• 16. C++ File Structure • The code in a C++ program is usually broken up into two parts. • A header file (with the suffix .h) which contains function prototypes and preprocessor directives. • A source code file (cpp) which contains the code statements. • A header file should not contain code. • A source file can (and sometimes should) contain prototypes and directives.
  • 17. The Preprocessor • Perhaps the most powerful new feature you will instantly encounter is the preprocessor. • As indicated previously, it takes on the form of a powerful, context sensitive search and replace routine. • The two most common directives are #include and #define. • #include we have already seen
  • 18. The Preprocessor • #define allows you to create a token that gets replaced with something during the first runtime pass. • In C++, these get used in the same way as static consts in a java class. • For example, in our header file we might declare the following: #define NAME“michael”
  • 19. The Preprocessor • Whenever we compile a program, the compiler does a pass over our code with the preprocessor. • Every time it sees the token NAME it will replace it with the string literal “michael”. • This allows for constant values to be set in one place and made available to entire programs provided they #include our header file.
  • 20. The Preprocessor • This occurs before any C++ syntax checking in the compiler. • You can introduce syntax errors this way. • Some directives allow for conditional inclusions • For example, the #ifdef directive sets a section of directives to be contingent on a certain token being defined. • That range is ended with an #endif • #else can be used, as in an if-else structure. • #undef can be used to undefine previous defines.
  • 21. The Preprocessor #include <iostream> #define TESTING 1 #ifdef TESTING #define TEXT "this is a test" #else #define TEXT "this is not a test" #endif using namespace std; void print_message (string); int main() { print_message (TEXT); return 1; } void print_message (string txt) { cout << txt << endl; }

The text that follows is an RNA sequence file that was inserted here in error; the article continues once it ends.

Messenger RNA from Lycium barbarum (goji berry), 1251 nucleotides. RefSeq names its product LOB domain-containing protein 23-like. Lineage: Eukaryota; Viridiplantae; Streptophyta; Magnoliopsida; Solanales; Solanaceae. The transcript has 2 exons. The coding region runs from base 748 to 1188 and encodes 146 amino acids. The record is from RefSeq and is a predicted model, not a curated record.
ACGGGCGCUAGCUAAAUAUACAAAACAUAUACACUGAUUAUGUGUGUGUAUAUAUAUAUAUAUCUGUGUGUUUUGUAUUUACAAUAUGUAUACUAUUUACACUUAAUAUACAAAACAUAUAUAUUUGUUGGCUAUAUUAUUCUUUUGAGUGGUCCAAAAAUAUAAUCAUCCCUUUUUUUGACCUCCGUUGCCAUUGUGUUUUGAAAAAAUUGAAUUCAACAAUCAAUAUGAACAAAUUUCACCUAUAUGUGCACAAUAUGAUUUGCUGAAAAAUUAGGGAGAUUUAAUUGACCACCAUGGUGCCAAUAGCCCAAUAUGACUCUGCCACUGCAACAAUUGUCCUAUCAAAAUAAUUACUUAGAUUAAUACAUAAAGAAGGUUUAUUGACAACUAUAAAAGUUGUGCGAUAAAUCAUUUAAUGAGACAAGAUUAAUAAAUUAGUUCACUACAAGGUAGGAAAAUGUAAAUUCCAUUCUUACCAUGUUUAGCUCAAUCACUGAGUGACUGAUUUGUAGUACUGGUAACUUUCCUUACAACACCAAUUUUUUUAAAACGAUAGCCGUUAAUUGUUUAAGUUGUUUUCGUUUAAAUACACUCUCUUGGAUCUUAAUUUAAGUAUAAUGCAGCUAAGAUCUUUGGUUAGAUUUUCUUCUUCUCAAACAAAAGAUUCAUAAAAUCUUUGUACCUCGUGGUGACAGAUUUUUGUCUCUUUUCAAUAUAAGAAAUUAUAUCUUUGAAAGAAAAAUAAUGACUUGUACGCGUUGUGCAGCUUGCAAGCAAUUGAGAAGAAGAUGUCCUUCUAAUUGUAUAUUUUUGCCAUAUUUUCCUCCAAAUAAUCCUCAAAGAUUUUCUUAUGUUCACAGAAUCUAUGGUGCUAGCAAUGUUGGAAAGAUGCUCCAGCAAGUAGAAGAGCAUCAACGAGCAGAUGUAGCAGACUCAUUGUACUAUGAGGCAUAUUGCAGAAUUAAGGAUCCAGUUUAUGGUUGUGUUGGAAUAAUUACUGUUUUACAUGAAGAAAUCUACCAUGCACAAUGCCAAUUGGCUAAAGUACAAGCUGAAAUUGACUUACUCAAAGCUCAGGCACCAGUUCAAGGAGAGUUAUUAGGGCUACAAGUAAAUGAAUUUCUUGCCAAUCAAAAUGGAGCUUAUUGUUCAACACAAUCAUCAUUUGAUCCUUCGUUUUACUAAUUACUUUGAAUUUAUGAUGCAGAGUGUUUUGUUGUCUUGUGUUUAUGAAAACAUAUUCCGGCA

• 22. The Preprocessor • It’s not terribly important you can see why this is useful at the moment. • You should recognise what is happening though, because the preprocessor is one of the biggest differences in C++ programming. • We will be making use of the preprocessor as necessary as we go through the module material.
  • 23. Input in C++ • Text input in C++ is extremely easy to do. • Somewhat of a departure from how it is done in Java. • The cin stream is used for this. • The >> operator is used to pull information out of a stream • cin reading terminates whenever it finds a space. • It is thus fine for reading in single words and atomic data.
  • 24. Input in C++ #include <iostream> using namespace std; void print_message (int); int main() { int age; cout << "What is your age?" << endl; cin >> age; print_message (age); return 1; } void print_message (int txt) { cout << "Your age is " << txt << endl; }
  • 25. Input in C++ • For reading in lines of text with spaces, the getline function is used instead. • This takes two parameters • The input stream to use • The variable into which it should place the received information. • It returns no value. • Often getting input to work properly is a vaguely black are. • We will talk about why later.
  • 26. Pointers • Pointers represent the biggest departure from C++. • They take some getting used to, but become second nature before too long. • I am making the assumption here that you understand (in general, if not in specifics) that you understand how memory works in a computer program. • Interrupt now if I’m wrong!
  • 27. Pointers • In general, C++ passes primitive variables by value. • Functions get a copy of the data, not the data itself. • This means if you change it in one function, it one impact on the original declaration. • This is equivalent to what happens in Java. • But Java gives us limited options for changing the way that works.
  • 28. Pointers #include <iostream> using namespace std; void add_to_num (int); int main() { int num; num = 10; add_to_num (num); cout << "Number is " << num << endl; return 1; } void add_to_num (int num) { num = num + 1; }
  • 29. Pointers • In C++, we have access to two powerful operators. • &, which is the reference operator • You can literally think of this as a shorthand for ‘address of’ • *, which is the dereference operator • You can think of this as ‘value of’ • We can use this to specialise our variables.
  • 30. Pointers #include <iostream> using namespace std; void add_to_num (int*); int main() { int num; num = 10; add_to_num (&num); cout << "Number is " << num << endl; return 1; } void add_to_num (int *num) { *num = *num + 1; }
  • 31. Pointers • I only want to touch on this at the moment. • We don’t need to go into too much depth at this point, we’ll return to the topic later when it actually starts to matter. • The important thing is that you recognise these operators when you see them. • *num means ‘the value of the memory location pointed to by num’ • &num means ‘the memory location where num resides’
  • 32. Summary • C++, like Java, is a C-Type language. • It has many similarities. • It has many differences. • The key differences are: • the preprocessor • pointers • The lack of a pure OOP framework • Over the coming weeks, we’ll learn more about all of these.